lunes, 8 de junio de 2009

The Agribusiness World Today

Ken Shwedel
Investigador de Agronegocios de Rabobank, México
8-12 de Junio de 2009

The World

More soy, but sustainably produced:
First there was the concern that the expansion of the production of palm was impacting negatively on the environment. Then it was soybeans that came “under fire for causing widespread deforestation, displacing indigenous peoples and destroying natural habitats, particularly in South America.” Taking their cue from the palm industry, the soy industry formed the Round Table on Responsible Soy, which brought together “producers, industry and trade representatives and environmental organizations”.

By bringing all the players to the table it becomes easier to work through issues before they become serious problems that will damage the supply chain. At their most recent meeting, they agreed to put in place voluntary standards for producing soybeans for a 12-month test period. The standards “specifically forbid soy cultivation on land cleared of native habitat”. We see this as an important step to keep the industry viable into the future. And if sustainability is not enough to worry about, the biodiesel market just suffered a setback when the Berkeley California City Council stopped receiving biodiesel that used soy-oil as a feedstock. While the soy-diesel contaminates less than petroleum, taking into consideration “the farming involved to produce crop-based biofuels [it] actually increases pollution worldwide”. Berkeley’s not buying doesn’t mean that there will be an excess on the market tomorrow, rather California tends to be a bellwether for energy in the U.S. That bodes badly for the future of soy based biofuels

Rebranding for shelf space: If it doesn’t sell, the attitude that retailers are taking is that it’s off the shelf. And when the products are on the shelf retailers want “to know that food makers will promote their brands, [because that is what] drives traffic to stores”. Looking to guarantee that their brand portfolio stays on retailers’ shelves ConAgra is moving away from the highly focused individual promotion of their different brands, to more of a corporate brand focus through a rebanding strategy that “overtly advertising its name with the brands it makes.” There is a new logo and a marketing campaign with the tag line “Food You Love”. What this does is give retailers the assurance they need to feel comfortable with the entire ConAgra line of products. Interesting, their efforts at rebranding are also part of the efforts to reposition ConAgra in the mind of investors, reaffirming that the company has shifted its business model from a commodities focus to a branded food products company.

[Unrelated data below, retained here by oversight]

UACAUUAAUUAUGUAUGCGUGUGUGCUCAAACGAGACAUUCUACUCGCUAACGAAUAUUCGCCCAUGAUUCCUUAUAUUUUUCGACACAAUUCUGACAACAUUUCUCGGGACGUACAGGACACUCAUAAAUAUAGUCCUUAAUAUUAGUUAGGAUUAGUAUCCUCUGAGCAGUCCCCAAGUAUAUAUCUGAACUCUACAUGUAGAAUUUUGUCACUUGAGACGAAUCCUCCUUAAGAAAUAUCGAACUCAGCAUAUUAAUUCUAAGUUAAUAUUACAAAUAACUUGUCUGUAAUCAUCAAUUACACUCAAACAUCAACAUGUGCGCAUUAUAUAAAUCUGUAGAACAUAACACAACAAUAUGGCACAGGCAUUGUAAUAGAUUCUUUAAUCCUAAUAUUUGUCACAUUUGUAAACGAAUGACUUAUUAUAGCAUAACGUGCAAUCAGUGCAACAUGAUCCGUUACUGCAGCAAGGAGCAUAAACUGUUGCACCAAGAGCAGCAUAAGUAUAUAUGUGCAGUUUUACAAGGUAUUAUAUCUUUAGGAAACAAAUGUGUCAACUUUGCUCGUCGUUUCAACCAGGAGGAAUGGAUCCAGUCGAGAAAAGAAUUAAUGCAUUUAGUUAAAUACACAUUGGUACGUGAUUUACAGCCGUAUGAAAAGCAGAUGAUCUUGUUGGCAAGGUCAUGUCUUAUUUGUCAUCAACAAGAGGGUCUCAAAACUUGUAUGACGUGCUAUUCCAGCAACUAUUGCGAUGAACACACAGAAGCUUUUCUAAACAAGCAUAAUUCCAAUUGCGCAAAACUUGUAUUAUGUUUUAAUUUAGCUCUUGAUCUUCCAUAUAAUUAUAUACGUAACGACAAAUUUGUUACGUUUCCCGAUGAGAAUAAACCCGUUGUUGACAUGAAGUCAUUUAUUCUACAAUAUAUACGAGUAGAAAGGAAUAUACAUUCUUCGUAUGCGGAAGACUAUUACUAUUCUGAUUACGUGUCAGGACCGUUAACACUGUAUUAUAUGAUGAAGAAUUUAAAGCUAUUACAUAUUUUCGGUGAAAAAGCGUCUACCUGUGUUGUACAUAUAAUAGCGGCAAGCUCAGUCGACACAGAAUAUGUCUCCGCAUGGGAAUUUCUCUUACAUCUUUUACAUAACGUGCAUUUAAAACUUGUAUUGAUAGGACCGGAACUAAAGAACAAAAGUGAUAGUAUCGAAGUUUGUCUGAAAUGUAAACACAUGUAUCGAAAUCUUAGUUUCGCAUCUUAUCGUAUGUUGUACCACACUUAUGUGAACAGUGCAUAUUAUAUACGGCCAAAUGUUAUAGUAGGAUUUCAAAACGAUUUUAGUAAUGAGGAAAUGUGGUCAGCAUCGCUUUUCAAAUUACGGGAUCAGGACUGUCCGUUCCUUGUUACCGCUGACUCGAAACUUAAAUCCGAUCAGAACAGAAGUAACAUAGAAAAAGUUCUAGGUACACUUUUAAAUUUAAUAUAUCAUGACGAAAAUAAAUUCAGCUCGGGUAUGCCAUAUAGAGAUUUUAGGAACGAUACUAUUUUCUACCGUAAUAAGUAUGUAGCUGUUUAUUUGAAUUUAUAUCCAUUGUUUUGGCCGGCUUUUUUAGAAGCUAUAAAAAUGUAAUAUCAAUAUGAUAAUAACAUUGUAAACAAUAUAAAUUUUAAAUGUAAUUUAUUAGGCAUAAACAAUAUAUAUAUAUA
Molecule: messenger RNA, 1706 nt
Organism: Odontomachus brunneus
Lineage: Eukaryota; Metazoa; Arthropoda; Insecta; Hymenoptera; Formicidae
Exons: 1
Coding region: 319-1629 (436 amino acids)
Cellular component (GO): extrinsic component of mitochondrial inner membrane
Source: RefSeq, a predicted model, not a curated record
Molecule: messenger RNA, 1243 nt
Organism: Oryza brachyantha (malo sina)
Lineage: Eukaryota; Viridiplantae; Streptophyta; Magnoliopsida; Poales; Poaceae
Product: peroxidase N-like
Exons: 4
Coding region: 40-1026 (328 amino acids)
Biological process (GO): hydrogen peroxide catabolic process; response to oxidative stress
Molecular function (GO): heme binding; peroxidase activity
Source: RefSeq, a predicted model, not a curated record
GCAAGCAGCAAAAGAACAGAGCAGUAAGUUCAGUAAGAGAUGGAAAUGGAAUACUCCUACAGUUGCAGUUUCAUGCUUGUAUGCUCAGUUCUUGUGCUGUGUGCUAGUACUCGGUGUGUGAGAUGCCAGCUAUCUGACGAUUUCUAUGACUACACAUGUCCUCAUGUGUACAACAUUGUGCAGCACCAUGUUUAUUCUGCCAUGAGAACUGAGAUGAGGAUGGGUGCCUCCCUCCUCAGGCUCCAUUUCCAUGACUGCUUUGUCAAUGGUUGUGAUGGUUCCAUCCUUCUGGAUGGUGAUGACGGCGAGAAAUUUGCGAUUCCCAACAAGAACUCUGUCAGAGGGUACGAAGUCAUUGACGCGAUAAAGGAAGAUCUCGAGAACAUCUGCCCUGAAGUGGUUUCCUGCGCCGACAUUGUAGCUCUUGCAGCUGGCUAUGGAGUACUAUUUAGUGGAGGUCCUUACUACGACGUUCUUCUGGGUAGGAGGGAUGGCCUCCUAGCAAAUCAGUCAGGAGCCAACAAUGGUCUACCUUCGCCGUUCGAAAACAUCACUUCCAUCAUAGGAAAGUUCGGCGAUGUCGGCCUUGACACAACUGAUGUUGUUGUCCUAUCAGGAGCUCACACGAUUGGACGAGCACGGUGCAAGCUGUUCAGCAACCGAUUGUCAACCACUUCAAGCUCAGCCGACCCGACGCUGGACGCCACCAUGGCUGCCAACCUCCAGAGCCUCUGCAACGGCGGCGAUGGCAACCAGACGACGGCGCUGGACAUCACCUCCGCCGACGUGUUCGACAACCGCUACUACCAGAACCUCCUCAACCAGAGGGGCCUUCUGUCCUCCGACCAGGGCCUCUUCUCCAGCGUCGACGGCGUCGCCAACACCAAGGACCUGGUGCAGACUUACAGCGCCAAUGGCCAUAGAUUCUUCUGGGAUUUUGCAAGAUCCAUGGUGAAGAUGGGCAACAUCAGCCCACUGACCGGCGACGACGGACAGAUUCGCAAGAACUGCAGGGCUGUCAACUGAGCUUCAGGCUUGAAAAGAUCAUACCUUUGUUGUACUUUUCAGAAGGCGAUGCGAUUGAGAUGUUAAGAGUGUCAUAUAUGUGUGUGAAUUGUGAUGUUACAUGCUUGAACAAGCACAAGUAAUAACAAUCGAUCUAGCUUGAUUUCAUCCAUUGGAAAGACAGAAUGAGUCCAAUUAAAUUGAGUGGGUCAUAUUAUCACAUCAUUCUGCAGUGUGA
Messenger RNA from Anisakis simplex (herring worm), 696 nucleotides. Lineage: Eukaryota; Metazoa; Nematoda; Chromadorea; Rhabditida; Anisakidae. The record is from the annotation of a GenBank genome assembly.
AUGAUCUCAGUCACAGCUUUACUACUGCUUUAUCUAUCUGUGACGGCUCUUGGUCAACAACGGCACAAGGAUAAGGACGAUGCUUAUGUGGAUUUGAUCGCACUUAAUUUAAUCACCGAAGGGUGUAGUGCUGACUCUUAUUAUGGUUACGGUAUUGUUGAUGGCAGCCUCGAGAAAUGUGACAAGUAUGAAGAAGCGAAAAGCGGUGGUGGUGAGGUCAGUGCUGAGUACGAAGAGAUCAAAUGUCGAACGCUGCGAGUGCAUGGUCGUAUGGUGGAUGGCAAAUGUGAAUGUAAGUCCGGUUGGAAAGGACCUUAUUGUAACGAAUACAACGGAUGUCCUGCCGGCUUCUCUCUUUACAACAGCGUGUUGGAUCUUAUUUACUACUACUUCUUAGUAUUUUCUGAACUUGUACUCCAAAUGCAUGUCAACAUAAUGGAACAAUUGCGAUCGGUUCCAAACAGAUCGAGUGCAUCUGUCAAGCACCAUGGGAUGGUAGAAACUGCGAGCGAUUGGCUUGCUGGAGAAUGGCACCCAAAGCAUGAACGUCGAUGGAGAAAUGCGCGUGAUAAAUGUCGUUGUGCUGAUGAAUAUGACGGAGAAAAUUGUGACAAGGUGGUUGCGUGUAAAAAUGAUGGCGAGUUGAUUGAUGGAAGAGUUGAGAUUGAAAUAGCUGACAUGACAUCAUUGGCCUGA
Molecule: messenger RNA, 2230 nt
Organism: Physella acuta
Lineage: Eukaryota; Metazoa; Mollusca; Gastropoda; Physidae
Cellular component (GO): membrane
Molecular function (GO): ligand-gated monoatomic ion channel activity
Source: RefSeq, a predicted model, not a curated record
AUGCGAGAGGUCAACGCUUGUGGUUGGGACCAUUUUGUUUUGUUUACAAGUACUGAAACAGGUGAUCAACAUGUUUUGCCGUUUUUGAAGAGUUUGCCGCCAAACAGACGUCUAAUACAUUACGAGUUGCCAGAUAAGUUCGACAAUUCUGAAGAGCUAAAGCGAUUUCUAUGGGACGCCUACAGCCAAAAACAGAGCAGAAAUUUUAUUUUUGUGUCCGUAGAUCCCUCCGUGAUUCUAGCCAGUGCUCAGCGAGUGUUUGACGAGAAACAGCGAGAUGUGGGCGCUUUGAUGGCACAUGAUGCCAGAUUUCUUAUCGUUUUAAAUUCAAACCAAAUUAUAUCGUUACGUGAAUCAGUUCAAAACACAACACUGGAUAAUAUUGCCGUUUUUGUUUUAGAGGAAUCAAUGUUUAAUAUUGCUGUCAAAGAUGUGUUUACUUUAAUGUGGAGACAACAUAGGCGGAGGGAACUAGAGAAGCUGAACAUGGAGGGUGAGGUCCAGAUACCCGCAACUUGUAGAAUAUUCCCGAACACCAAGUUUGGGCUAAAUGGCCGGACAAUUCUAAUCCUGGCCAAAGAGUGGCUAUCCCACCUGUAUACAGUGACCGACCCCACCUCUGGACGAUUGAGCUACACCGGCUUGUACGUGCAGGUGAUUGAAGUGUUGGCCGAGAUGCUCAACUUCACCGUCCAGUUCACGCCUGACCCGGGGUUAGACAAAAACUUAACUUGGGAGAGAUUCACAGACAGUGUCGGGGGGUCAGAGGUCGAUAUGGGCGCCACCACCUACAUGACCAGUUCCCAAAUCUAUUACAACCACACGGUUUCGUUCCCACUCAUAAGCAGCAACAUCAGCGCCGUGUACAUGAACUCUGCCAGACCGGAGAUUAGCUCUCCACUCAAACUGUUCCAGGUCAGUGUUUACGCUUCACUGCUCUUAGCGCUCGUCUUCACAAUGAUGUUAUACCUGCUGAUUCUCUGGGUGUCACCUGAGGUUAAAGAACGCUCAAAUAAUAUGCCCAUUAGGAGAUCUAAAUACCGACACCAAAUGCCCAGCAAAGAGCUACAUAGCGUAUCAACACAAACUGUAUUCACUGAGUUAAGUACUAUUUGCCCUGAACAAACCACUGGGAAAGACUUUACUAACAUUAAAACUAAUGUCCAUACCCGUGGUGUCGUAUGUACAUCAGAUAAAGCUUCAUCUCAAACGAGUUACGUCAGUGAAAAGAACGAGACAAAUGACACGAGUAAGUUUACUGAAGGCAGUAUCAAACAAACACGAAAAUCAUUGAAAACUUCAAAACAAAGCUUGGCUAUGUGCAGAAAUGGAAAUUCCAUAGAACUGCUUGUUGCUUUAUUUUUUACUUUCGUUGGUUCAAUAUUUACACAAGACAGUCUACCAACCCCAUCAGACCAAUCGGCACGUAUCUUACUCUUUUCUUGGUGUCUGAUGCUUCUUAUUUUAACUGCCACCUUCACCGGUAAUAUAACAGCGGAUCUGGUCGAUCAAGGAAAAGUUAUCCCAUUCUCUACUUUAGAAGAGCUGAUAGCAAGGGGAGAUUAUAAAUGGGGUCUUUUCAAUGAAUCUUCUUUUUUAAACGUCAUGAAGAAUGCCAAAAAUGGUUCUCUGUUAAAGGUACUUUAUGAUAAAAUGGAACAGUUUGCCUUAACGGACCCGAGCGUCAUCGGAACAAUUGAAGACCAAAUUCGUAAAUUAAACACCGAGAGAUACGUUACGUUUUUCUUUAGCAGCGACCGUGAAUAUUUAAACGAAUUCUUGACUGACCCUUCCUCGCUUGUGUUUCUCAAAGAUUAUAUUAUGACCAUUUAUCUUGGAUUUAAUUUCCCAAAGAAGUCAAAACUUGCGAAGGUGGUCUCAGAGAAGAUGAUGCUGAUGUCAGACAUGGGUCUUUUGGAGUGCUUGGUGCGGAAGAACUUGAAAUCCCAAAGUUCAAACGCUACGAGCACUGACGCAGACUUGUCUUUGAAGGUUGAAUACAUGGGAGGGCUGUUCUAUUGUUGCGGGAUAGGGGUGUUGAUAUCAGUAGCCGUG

Surviving the auto bankruptcies: With the decision of last week of GM, the U.S. automaker, to declare bankruptcy the question arises about the future of the auto industry in Mexico. And this is import for the country’s economy since last year exports of motor vehicles alone, i.e. not including auto parts, etc., generated more than US$26 billion in earnings. The feeling is that the outlook remains positive and could actually strengthen Mexico’s position since the plants here are newer, more efficient with a more disciplined workforce. In conversations with Mexican government officials carmakers have said that they plan to stay and produce in the country. The plants in Mexico have been highly profitable for the U.S. industry and are a crucial part of their strategy. And that’s not only the case for U.S. automakers. Both VW and Nissan are said to be planning on increasing their investment in Mexico.

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